That, in itself, isn’t enough to make it dominate the sci-fi curve, but consider the following:

The Latest in AI: Autonomic Function

We have been making huge leaps in artificial intelligence, and many of these strides are going unnoticed and unappreciated: we forget that there is much more to intelligence than problem-solving and holding a conversation. Everything that we take for granted about how our brains work is part of our “intelligence,” from controlling our heart rate to regulating our body temperature.

Fifteen years ago, we had the technology to perform complex brain surgery and study a person’s genes, but creating a robot that could walk upright was still virtually impossible. The power, complexity, and autonomic function required for something like walking is taken for granted by many people.

Today, we’re on the verge of creating robots that can perform brain surgery. Part of the development of AI technology has been research into things like perception, and autonomous functions: a truly intelligent robot should be able to delegate walking and other basic functions to its background processes, just as we do. Scientists have built two- and four-legged robots which can recover their balance after being struck by a stout kick, or with a sledgehammer. The way they maneuver is smooth and organic, to the point where it triggers a creepy “machines aren’t supposed to do that” vibe in many who witness it for the first time.

Cybernetics: Personal Enhancement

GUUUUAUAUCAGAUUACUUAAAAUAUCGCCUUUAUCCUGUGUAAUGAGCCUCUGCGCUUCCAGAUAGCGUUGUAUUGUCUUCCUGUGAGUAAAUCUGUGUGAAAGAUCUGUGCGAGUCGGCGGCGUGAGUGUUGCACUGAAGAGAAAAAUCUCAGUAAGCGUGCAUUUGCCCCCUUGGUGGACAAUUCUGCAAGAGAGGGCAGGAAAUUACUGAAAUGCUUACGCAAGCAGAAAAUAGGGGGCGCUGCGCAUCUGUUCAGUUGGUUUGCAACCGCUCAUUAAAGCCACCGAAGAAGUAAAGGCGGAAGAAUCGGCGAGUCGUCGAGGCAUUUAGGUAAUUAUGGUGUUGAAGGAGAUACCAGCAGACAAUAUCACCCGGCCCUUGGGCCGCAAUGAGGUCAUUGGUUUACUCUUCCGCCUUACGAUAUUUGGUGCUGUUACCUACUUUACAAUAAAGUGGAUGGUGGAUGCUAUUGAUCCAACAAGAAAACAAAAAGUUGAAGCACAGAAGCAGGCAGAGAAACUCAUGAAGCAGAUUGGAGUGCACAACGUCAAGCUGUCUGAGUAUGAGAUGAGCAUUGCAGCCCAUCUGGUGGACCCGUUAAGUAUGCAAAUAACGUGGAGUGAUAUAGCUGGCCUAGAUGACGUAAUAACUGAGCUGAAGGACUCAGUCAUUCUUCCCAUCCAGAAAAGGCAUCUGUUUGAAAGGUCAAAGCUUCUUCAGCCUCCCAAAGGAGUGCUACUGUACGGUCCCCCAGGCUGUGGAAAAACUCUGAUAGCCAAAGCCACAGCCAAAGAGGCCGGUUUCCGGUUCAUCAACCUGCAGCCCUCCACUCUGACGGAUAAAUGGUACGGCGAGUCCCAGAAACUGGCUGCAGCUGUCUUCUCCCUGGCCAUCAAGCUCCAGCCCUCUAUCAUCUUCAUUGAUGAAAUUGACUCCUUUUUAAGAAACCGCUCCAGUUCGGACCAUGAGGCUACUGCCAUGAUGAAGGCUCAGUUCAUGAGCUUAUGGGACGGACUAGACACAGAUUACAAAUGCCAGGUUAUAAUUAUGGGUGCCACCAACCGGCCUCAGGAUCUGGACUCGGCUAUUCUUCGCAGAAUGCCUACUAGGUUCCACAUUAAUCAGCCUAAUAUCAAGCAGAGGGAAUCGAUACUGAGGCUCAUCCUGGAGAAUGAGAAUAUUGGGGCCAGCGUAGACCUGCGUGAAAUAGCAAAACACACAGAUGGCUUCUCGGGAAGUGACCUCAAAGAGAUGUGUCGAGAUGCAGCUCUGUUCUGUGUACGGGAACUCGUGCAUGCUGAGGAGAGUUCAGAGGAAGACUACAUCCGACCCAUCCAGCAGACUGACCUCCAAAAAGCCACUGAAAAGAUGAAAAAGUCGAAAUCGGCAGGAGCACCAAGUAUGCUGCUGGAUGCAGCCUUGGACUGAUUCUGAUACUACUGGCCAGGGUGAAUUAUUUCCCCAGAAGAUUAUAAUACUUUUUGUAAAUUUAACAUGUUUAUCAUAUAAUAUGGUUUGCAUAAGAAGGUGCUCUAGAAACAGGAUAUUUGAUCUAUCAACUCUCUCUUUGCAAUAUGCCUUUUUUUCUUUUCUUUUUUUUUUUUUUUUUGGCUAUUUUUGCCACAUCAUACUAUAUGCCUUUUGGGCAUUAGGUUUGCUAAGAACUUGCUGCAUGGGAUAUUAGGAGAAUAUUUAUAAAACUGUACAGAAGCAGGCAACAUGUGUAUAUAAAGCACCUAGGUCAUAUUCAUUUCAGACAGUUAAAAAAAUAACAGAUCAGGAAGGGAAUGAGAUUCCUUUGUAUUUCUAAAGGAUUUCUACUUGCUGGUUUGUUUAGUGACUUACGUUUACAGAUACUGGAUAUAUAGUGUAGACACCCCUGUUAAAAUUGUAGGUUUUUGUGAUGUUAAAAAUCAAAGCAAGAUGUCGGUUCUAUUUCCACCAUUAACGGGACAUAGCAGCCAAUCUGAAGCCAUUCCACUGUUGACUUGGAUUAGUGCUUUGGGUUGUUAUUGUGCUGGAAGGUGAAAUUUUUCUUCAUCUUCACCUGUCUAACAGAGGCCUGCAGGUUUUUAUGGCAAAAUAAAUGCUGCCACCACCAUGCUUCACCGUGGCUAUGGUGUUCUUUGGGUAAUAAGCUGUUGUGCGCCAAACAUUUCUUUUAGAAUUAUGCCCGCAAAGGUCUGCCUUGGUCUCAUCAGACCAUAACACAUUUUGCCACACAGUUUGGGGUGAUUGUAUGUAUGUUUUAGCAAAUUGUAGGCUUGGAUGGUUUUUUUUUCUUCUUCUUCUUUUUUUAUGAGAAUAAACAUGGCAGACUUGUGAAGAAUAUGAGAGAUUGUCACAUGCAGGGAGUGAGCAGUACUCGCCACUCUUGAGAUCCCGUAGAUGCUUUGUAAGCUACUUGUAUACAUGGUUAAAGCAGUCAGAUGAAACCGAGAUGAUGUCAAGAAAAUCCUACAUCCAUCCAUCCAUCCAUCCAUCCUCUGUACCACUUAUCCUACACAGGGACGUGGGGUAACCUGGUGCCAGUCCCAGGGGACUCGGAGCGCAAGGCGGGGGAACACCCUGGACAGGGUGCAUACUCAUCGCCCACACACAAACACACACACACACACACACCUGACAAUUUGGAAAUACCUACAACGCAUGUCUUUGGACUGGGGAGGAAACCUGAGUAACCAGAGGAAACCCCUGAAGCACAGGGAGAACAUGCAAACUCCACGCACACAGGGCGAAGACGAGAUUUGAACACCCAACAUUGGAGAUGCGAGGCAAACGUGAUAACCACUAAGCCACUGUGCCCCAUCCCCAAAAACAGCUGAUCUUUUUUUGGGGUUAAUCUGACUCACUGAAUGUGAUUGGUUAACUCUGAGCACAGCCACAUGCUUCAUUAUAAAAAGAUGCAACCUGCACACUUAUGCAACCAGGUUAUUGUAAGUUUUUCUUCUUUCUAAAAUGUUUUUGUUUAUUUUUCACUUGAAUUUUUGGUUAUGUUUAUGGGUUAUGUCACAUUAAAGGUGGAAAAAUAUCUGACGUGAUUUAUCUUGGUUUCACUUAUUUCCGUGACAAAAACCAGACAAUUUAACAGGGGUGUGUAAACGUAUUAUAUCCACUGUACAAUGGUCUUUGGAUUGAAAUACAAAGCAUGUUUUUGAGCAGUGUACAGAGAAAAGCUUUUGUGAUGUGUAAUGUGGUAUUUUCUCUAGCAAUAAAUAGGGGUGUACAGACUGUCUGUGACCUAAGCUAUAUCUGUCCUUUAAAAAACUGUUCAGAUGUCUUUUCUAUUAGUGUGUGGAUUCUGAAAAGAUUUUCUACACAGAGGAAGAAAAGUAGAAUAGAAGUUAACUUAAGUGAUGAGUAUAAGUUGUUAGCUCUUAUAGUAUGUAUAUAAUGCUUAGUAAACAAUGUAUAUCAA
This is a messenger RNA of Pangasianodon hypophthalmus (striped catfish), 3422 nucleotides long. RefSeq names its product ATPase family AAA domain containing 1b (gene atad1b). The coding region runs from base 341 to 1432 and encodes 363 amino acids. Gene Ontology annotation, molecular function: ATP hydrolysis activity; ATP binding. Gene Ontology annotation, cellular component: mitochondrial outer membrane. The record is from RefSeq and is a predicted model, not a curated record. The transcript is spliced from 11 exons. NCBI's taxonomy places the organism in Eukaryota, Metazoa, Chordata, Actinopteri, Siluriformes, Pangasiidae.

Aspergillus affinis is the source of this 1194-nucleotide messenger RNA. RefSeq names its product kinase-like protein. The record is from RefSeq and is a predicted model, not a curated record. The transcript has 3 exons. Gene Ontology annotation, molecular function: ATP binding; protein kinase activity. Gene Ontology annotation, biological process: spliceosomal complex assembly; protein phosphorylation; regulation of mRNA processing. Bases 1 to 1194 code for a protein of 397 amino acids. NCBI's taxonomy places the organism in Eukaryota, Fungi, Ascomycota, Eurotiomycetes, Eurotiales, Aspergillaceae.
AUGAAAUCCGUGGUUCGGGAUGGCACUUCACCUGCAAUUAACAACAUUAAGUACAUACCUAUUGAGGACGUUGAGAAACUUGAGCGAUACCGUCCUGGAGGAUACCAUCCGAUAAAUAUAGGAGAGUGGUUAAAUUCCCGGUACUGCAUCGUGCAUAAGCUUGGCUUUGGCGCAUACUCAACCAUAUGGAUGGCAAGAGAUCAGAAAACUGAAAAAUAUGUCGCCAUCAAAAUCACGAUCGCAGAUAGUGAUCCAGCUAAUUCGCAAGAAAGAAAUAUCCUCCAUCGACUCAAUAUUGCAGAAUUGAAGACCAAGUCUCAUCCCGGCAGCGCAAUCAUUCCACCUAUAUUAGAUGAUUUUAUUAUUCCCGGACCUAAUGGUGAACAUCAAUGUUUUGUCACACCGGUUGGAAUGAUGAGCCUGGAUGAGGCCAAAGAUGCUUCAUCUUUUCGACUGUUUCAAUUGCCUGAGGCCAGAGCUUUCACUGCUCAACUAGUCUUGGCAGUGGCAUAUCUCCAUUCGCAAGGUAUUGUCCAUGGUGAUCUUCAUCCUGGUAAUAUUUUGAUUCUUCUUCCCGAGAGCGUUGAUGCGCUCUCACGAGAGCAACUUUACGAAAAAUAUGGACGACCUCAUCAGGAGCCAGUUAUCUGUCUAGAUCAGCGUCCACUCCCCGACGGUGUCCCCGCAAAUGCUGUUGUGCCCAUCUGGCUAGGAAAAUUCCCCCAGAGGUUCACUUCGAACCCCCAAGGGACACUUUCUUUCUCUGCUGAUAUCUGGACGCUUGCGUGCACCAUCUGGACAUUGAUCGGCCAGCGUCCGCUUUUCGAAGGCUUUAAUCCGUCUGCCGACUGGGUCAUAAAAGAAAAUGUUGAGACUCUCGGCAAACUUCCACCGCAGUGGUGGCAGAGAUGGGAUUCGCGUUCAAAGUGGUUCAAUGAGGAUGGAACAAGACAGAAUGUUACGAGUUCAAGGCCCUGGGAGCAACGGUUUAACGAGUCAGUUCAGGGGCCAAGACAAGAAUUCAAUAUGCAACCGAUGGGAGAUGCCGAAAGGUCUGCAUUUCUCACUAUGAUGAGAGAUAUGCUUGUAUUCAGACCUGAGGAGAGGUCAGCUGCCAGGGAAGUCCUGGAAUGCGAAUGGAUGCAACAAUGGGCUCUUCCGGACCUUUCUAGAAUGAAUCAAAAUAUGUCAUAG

We’re developing prosthetics with autonomous functions that react to our muscle movements—or are directly connected to our brains. A man with two artificial legs can walk, run, sprint, and jog up and down stairs.

One of the major components of cyberpunk has always been cybernetic enhancement. People deliberately have limbs, organs, and other parts of their body augmented artificially—or replaced, with alternatives of superior design, whether biological or mechanical. This is very much mirrored by current endeavors—and not only with prosthetics. Consider the ongoing effort to help transplant victims avoid rejection by literally growing replacement organs from their own cells.

At present, this is done for medical reasons. There is a neurological disorder which causes those who suffer from it to crave the amputation of specific limbs, but in general, people don’t get body modification of this magnitude for purely voluntary reasons—certainly not legitimately. That seems likely to change, however, when prosthetic limbs inevitably pass beyond the point of being relatively delicate and fragile, and begin to surpass our biological counterparts in function.